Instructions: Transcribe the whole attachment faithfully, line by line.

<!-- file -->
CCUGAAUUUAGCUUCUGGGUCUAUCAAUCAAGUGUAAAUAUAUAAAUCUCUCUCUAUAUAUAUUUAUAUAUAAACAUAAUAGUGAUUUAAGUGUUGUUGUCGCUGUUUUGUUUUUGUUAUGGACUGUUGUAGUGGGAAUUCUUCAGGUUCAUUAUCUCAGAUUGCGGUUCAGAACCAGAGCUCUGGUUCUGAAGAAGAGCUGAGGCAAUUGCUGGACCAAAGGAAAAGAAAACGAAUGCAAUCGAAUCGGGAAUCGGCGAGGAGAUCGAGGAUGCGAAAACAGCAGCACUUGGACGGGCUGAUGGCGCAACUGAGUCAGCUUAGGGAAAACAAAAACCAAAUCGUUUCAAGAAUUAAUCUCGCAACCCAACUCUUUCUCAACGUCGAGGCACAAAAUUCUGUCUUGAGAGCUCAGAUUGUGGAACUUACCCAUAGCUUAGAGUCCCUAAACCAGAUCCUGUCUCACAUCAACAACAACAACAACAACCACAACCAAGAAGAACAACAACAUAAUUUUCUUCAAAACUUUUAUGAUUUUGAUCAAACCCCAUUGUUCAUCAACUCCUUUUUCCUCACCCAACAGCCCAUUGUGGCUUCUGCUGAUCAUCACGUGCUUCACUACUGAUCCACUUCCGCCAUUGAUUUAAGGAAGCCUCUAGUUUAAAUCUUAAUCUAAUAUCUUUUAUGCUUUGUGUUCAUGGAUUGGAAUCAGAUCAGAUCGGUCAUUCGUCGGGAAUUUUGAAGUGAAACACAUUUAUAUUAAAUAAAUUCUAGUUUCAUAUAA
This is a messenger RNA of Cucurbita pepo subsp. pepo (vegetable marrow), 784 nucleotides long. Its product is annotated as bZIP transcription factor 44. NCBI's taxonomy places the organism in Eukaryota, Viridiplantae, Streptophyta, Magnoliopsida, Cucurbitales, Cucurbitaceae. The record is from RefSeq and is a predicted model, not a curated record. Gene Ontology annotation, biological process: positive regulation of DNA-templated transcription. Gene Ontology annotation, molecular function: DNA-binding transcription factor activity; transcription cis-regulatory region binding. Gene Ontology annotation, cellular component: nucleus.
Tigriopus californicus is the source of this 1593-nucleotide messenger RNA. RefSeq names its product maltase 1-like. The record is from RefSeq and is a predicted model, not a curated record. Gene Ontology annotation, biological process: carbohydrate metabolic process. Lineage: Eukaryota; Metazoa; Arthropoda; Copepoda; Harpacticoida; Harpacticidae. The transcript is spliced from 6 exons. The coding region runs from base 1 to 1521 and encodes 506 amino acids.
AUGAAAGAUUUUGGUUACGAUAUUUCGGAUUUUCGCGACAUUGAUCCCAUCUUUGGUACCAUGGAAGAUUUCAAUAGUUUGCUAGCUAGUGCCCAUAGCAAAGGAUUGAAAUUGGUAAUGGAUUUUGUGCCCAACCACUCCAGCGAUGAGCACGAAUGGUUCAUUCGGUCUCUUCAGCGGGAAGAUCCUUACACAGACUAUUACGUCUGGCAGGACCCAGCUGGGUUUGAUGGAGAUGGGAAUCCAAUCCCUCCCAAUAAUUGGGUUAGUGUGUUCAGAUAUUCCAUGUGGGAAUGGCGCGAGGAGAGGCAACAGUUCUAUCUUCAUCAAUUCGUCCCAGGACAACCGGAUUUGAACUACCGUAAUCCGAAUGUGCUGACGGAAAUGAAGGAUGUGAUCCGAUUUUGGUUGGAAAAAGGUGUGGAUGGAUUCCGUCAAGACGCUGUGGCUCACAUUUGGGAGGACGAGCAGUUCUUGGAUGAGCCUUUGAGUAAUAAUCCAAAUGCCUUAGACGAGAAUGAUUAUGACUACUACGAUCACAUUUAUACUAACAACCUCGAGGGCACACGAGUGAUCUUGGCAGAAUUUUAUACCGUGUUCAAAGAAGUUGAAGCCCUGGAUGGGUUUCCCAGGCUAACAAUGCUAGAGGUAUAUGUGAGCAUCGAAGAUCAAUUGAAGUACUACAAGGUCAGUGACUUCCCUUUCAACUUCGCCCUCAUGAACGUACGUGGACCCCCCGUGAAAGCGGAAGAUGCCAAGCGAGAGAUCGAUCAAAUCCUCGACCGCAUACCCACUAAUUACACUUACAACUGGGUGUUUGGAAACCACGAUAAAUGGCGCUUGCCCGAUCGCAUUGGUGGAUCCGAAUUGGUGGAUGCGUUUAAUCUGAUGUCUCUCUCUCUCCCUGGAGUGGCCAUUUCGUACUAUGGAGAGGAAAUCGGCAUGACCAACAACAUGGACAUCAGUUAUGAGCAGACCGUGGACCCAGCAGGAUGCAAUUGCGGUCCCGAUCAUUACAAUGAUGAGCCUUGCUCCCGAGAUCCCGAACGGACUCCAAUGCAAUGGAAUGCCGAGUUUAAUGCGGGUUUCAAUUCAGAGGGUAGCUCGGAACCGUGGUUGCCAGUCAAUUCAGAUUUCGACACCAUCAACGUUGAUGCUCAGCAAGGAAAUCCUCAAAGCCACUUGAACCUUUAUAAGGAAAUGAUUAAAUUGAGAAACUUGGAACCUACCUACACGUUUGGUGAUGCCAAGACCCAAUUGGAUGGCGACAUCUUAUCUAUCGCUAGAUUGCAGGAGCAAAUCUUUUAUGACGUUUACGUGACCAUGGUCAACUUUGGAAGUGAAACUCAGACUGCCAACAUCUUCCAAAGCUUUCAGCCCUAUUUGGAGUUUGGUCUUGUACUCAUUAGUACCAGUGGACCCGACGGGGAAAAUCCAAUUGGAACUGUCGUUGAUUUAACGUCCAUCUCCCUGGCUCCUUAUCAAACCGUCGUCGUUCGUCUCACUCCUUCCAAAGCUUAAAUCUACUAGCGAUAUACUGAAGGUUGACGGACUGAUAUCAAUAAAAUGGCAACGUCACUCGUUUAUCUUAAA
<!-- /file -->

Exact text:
CCUGAAUUUAGCUUCUGGGUCUAUCAAUCAAGUGUAAAUAUAUAAAUCUCUCUCUAUAUAUAUUUAUAUAUAAACAUAAUAGUGAUUUAAGUGUUGUUGUCGCUGUUUUGUUUUUGUUAUGGACUGUUGUAGUGGGAAUUCUUCAGGUUCAUUAUCUCAGAUUGCGGUUCAGAACCAGAGCUCUGGUUCUGAAGAAGAGCUGAGGCAAUUGCUGGACCAAAGGAAAAGAAAACGAAUGCAAUCGAAUCGGGAAUCGGCGAGGAGAUCGAGGAUGCGAAAACAGCAGCACUUGGACGGGCUGAUGGCGCAACUGAGUCAGCUUAGGGAAAACAAAAACCAAAUCGUUUCAAGAAUUAAUCUCGCAACCCAACUCUUUCUCAACGUCGAGGCACAAAAUUCUGUCUUGAGAGCUCAGAUUGUGGAACUUACCCAUAGCUUAGAGUCCCUAAACCAGAUCCUGUCUCACAUCAACAACAACAACAACAACCACAACCAAGAAGAACAACAACAUAAUUUUCUUCAAAACUUUUAUGAUUUUGAUCAAACCCCAUUGUUCAUCAACUCCUUUUUCCUCACCCAACAGCCCAUUGUGGCUUCUGCUGAUCAUCACGUGCUUCACUACUGAUCCACUUCCGCCAUUGAUUUAAGGAAGCCUCUAGUUUAAAUCUUAAUCUAAUAUCUUUUAUGCUUUGUGUUCAUGGAUUGGAAUCAGAUCAGAUCGGUCAUUCGUCGGGAAUUUUGAAGUGAAACACAUUUAUAUUAAAUAAAUUCUAGUUUCAUAUAA
This is a messenger RNA of Cucurbita pepo subsp. pepo (vegetable marrow), 784 nucleotides long. Its product is annotated as bZIP transcription factor 44. NCBI's taxonomy places the organism in Eukaryota, Viridiplantae, Streptophyta, Magnoliopsida, Cucurbitales, Cucurbitaceae. The record is from RefSeq and is a predicted model, not a curated record. Gene Ontology annotation, biological process: positive regulation of DNA-templated transcription. Gene Ontology annotation, molecular function: DNA-binding transcription factor activity; transcription cis-regulatory region binding. Gene Ontology annotation, cellular component: nucleus.
Tigriopus californicus is the source of this 1593-nucleotide messenger RNA. RefSeq names its product maltase 1-like. The record is from RefSeq and is a predicted model, not a curated record. Gene Ontology annotation, biological process: carbohydrate metabolic process. Lineage: Eukaryota; Metazoa; Arthropoda; Copepoda; Harpacticoida; Harpacticidae. The transcript is spliced from 6 exons. The coding region runs from base 1 to 1521 and encodes 506 amino acids.
AUGAAAGAUUUUGGUUACGAUAUUUCGGAUUUUCGCGACAUUGAUCCCAUCUUUGGUACCAUGGAAGAUUUCAAUAGUUUGCUAGCUAGUGCCCAUAGCAAAGGAUUGAAAUUGGUAAUGGAUUUUGUGCCCAACCACUCCAGCGAUGAGCACGAAUGGUUCAUUCGGUCUCUUCAGCGGGAAGAUCCUUACACAGACUAUUACGUCUGGCAGGACCCAGCUGGGUUUGAUGGAGAUGGGAAUCCAAUCCCUCCCAAUAAUUGGGUUAGUGUGUUCAGAUAUUCCAUGUGGGAAUGGCGCGAGGAGAGGCAACAGUUCUAUCUUCAUCAAUUCGUCCCAGGACAACCGGAUUUGAACUACCGUAAUCCGAAUGUGCUGACGGAAAUGAAGGAUGUGAUCCGAUUUUGGUUGGAAAAAGGUGUGGAUGGAUUCCGUCAAGACGCUGUGGCUCACAUUUGGGAGGACGAGCAGUUCUUGGAUGAGCCUUUGAGUAAUAAUCCAAAUGCCUUAGACGAGAAUGAUUAUGACUACUACGAUCACAUUUAUACUAACAACCUCGAGGGCACACGAGUGAUCUUGGCAGAAUUUUAUACCGUGUUCAAAGAAGUUGAAGCCCUGGAUGGGUUUCCCAGGCUAACAAUGCUAGAGGUAUAUGUGAGCAUCGAAGAUCAAUUGAAGUACUACAAGGUCAGUGACUUCCCUUUCAACUUCGCCCUCAUGAACGUACGUGGACCCCCCGUGAAAGCGGAAGAUGCCAAGCGAGAGAUCGAUCAAAUCCUCGACCGCAUACCCACUAAUUACACUUACAACUGGGUGUUUGGAAACCACGAUAAAUGGCGCUUGCCCGAUCGCAUUGGUGGAUCCGAAUUGGUGGAUGCGUUUAAUCUGAUGUCUCUCUCUCUCCCUGGAGUGGCCAUUUCGUACUAUGGAGAGGAAAUCGGCAUGACCAACAACAUGGACAUCAGUUAUGAGCAGACCGUGGACCCAGCAGGAUGCAAUUGCGGUCCCGAUCAUUACAAUGAUGAGCCUUGCUCCCGAGAUCCCGAACGGACUCCAAUGCAAUGGAAUGCCGAGUUUAAUGCGGGUUUCAAUUCAGAGGGUAGCUCGGAACCGUGGUUGCCAGUCAAUUCAGAUUUCGACACCAUCAACGUUGAUGCUCAGCAAGGAAAUCCUCAAAGCCACUUGAACCUUUAUAAGGAAAUGAUUAAAUUGAGAAACUUGGAACCUACCUACACGUUUGGUGAUGCCAAGACCCAAUUGGAUGGCGACAUCUUAUCUAUCGCUAGAUUGCAGGAGCAAAUCUUUUAUGACGUUUACGUGACCAUGGUCAACUUUGGAAGUGAAACUCAGACUGCCAACAUCUUCCAAAGCUUUCAGCCCUAUUUGGAGUUUGGUCUUGUACUCAUUAGUACCAGUGGACCCGACGGGGAAAAUCCAAUUGGAACUGUCGUUGAUUUAACGUCCAUCUCCCUGGCUCCUUAUCAAACCGUCGUCGUUCGUCUCACUCCUUCCAAAGCUUAAAUCUACUAGCGAUAUACUGAAGGUUGACGGACUGAUAUCAAUAAAAUGGCAACGUCACUCGUUUAUCUUAAA